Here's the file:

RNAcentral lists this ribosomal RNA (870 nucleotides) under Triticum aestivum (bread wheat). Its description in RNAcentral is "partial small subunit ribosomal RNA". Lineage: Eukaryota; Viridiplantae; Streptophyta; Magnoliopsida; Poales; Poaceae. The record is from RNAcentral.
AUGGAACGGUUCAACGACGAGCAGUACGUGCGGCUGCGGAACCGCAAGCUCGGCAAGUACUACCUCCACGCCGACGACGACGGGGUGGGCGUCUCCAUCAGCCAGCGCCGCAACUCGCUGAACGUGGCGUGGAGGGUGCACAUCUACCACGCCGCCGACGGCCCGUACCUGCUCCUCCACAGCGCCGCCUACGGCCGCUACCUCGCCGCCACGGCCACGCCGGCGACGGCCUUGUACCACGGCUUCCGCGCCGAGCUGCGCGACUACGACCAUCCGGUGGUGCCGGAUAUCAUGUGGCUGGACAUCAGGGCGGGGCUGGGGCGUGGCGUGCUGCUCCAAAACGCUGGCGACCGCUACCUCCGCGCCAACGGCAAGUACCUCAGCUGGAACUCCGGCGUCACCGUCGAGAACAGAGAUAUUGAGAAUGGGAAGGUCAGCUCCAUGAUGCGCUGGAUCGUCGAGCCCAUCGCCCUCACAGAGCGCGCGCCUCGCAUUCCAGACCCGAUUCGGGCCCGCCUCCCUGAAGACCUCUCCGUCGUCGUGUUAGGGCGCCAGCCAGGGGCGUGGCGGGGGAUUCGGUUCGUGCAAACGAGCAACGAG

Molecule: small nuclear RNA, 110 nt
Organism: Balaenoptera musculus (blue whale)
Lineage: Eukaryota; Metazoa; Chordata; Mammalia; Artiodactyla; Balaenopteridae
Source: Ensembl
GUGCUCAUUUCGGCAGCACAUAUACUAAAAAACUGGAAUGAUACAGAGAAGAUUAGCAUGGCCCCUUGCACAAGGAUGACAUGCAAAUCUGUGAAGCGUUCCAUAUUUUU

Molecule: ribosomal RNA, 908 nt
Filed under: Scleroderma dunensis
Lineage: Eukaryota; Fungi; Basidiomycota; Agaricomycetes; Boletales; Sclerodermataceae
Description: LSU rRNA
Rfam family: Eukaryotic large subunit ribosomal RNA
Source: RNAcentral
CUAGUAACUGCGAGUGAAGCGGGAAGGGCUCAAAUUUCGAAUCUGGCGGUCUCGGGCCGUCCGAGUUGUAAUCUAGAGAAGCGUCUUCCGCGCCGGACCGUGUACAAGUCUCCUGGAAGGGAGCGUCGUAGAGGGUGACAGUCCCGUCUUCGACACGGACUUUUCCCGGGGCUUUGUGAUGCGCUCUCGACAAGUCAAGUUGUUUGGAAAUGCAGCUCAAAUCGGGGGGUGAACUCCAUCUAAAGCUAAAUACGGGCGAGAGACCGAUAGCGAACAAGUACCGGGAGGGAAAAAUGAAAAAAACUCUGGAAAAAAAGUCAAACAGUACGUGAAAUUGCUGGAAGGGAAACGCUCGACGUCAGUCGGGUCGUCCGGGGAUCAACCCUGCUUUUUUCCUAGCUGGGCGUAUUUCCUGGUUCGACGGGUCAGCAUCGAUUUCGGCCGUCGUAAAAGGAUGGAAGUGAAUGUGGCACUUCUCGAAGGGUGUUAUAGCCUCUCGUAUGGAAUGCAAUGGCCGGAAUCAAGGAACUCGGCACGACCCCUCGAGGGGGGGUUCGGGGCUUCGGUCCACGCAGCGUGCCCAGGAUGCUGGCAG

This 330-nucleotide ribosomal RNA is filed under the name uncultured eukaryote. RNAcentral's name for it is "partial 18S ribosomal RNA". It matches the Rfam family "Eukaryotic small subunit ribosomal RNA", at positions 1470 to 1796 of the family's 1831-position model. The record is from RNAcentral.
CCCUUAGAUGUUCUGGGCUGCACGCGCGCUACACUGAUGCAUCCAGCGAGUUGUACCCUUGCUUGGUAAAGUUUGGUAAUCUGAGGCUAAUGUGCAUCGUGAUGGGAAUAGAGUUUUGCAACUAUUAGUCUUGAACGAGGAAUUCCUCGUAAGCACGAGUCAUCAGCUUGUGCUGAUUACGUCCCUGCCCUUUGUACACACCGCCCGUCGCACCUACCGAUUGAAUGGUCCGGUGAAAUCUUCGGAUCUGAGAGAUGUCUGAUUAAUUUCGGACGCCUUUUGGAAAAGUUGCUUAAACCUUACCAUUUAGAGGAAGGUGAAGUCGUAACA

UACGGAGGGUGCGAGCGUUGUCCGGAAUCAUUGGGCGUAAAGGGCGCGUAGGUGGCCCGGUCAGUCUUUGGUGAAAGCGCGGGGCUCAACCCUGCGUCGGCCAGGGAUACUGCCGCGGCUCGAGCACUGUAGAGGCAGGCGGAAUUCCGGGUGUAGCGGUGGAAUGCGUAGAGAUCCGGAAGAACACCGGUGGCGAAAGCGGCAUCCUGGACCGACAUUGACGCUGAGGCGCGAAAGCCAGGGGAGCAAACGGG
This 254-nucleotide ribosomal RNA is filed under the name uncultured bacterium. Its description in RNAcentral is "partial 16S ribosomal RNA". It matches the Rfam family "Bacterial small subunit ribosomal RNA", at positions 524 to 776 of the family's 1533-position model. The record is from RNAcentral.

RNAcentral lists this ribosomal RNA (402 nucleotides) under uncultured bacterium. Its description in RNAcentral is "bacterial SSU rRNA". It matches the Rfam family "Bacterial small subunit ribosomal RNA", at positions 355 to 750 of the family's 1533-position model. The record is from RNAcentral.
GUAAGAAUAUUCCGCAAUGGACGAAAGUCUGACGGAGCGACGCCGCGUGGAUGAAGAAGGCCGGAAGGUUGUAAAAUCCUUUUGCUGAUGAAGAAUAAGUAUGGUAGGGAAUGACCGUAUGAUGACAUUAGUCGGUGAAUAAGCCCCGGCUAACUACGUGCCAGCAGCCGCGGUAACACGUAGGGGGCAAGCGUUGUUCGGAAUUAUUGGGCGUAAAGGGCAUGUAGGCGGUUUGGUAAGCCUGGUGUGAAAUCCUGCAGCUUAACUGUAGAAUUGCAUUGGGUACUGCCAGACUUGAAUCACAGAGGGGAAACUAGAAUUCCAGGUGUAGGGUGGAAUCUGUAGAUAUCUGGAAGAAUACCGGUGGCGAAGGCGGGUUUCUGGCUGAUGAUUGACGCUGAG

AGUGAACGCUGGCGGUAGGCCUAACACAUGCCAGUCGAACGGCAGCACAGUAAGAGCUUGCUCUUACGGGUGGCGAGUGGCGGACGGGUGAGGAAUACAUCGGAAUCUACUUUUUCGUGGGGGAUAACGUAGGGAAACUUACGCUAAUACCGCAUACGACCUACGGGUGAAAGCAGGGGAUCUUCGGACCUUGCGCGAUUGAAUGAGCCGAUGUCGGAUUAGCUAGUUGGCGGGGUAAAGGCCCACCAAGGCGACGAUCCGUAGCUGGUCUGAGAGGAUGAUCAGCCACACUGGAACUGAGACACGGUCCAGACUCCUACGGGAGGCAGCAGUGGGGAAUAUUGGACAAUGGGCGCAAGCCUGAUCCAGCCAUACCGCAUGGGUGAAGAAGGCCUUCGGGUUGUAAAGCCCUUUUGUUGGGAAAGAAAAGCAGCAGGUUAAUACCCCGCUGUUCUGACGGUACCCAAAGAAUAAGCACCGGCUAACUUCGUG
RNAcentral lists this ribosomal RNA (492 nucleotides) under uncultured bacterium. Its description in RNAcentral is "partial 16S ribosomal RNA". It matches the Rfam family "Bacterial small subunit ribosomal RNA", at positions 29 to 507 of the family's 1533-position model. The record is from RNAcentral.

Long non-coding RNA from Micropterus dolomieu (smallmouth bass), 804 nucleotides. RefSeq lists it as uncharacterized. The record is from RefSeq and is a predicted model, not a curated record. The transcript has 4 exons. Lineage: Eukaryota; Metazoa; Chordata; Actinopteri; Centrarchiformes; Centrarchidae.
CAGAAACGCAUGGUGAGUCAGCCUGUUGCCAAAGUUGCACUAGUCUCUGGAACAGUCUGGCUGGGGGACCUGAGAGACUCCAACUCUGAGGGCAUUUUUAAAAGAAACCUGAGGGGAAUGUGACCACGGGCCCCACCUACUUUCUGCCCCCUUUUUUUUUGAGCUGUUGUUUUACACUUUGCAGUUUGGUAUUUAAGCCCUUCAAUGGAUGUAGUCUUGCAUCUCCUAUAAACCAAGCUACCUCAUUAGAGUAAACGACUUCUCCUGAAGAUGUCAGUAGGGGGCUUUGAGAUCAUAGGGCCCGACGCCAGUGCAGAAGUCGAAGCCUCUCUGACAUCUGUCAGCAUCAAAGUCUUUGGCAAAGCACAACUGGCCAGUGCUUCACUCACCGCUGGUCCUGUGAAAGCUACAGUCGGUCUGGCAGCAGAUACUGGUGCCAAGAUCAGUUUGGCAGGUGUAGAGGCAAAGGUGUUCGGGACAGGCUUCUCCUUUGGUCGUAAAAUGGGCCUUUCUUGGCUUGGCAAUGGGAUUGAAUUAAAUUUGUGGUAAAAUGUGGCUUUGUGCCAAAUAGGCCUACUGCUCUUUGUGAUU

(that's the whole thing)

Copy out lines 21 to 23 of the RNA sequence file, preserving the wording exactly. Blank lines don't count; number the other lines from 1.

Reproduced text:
AGUGAACGCUGGCGGUAGGCCUAACACAUGCCAGUCGAACGGCAGCACAGUAAGAGCUUGCUCUUACGGGUGGCGAGUGGCGGACGGGUGAGGAAUACAUCGGAAUCUACUUUUUCGUGGGGGAUAACGUAGGGAAACUUACGCUAAUACCGCAUACGACCUACGGGUGAAAGCAGGGGAUCUUCGGACCUUGCGCGAUUGAAUGAGCCGAUGUCGGAUUAGCUAGUUGGCGGGGUAAAGGCCCACCAAGGCGACGAUCCGUAGCUGGUCUGAGAGGAUGAUCAGCCACACUGGAACUGAGACACGGUCCAGACUCCUACGGGAGGCAGCAGUGGGGAAUAUUGGACAAUGGGCGCAAGCCUGAUCCAGCCAUACCGCAUGGGUGAAGAAGGCCUUCGGGUUGUAAAGCCCUUUUGUUGGGAAAGAAAAGCAGCAGGUUAAUACCCCGCUGUUCUGACGGUACCCAAAGAAUAAGCACCGGCUAACUUCGUG
RNAcentral lists this ribosomal RNA (492 nucleotides) under uncultured bacterium. Its description in RNAcentral is "partial 16S ribosomal RNA". It matches the Rfam family "Bacterial small subunit ribosomal RNA", at positions 29 to 507 of the family's 1533-position model. The record is from RNAcentral.

Long non-coding RNA from Micropterus dolomieu (smallmouth bass), 804 nucleotides. RefSeq lists it as uncharacterized. The record is from RefSeq and is a predicted model, not a curated record. The transcript has 4 exons. Lineage: Eukaryota; Metazoa; Chordata; Actinopteri; Centrarchiformes; Centrarchidae.